Stephan Dillemuth and Nils Norman

Vilma Gold

As the video I’m Short, Your House, 2007, closes, a voice tells us that today, “Not only do works of art end up as commodities, but there is also an overwhelming sense in which works of art start off as commodities.” The quote is from the Australian conceptual artist Ian Burn, but on-screen, the source of the voice seems to be a shadow in the shape of an animal head, made by a hand. Stephan Dillemuth and Nils Norman use simple means to create a caricatured realm akin to Karl Marx’s “inverted world where Mr. Capital and Madame Real Estate dance their macabre dance.” The setting of the video is the artworld stage: The jackal-like shadow, which appears throughout the piece, is silhouetted against the pavement in a rapidly gentrifying section of East London, until recently one of the city’s poorest areas, where many galleries—including Vilma Gold—are currently clustered. In repeated sequences a menacing hunchback sporting a long fake nose frenetically stalks the same Hackney streets as if on some infernal mission, seeming to embody what David Harvey describes as capital’s incessant need to secure a new “spatial fix.” In another sequence an artist type, again wearing a long nose, reclines on a discarded bed in a derelict lot, speaking to a dealer on his cell phone. Though their conversation is not entirely audible we hear fragments such as “Blah-blah. . . . Fantastic! . . . Blah-blah-blah. . . . See you in Basel,” accompanied by the music from Luchino Visconti’s 1969 film La Caduta degli dei (The Damned), a melodrama about German industrialists who cooperated with the Nazis.

Made in collaboration with writer Anthony Davies, I’m Short, Your House was the focal point of Dillemuth and Norman’s exhibition “A Mysterious Thing,” which also included FA Lores, The Final Artist, 2007, a sculpted figure resembling the aforementioned artist character as well as an untitled sound recording of recited definitions of many financial terms used in the video, emanating from the gallery’s external intercom system. These same definitions were projected in an LED-like font over the entrance to the darkened screening space, running across a roughly modeled, oversize turret that crowned a door frame, both constructed by the artists.

The video shows numerous construction sites for expensive apartments springing up near Vilma Gold while a voice whispers excerpts from financial newspaper articles on investing in art; the narration and shots of building sites recall Jean-Luc Godard’s film Deux ou trois choses que je sais d’elle (Two or Three Things I Know About Her, 1967), which depicted the intensive restructuring of Paris in the ’60s. East London’s landscape mirrors the shift in relations of contemporary art production summarized in the shadow-animal’s statement. The commodification of the built environment is intensified in a similar way: As increasing importance is put on the exchange value of property (and its price is inflated via the housing bubble), its use value becomes harder to access, at least for nonwealthy inhabitants. In perfect symmetry, adjacent to one construction site shown, but mostly left out of the frame, is the recently consolidated art mall of Vyner Street—the gallery’s former location.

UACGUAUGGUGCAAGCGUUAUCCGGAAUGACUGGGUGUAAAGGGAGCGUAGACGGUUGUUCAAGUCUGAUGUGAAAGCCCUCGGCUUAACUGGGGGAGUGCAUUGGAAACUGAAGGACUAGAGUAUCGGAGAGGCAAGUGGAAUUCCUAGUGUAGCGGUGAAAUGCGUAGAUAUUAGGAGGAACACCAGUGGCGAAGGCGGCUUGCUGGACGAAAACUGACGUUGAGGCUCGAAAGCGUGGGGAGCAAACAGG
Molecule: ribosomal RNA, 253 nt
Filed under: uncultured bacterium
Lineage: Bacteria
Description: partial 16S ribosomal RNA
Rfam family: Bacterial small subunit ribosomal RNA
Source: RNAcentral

The voice-over speaks of the financialization of the art market: Hubristic announcements of art’s new status as an asset class for investors who want to diversify their holdings give way to anxiety as later articles announce a crash in subprime mortgage trading. Another citation employs John Maynard Keynes’s term for naive market optimism, animal spirits, in a revealing manner. After the reassuring statement that the subprime crash will have only limited effects on market stability, it presents a metaphor for the situation: “A few more bolts in the bridge may fail, but in the end you have to bet that the bridge will hold, supported by amazing animal spirits.” In other words, the stability of financial markets, especially in times of crisis, is maintained via these kinds of irrational faith, however clear the perilous ramifications of such a condition are becoming in light of the current credit crunch. We realize that the jackal-like silhouette repeated throughout the work embodies these powerful, imaginary “animal” forces driving the art and finance markets. We glimpse again the menacing hunchback circling the neighborhood. The spirits of capital are restless.

Melanie Gilligan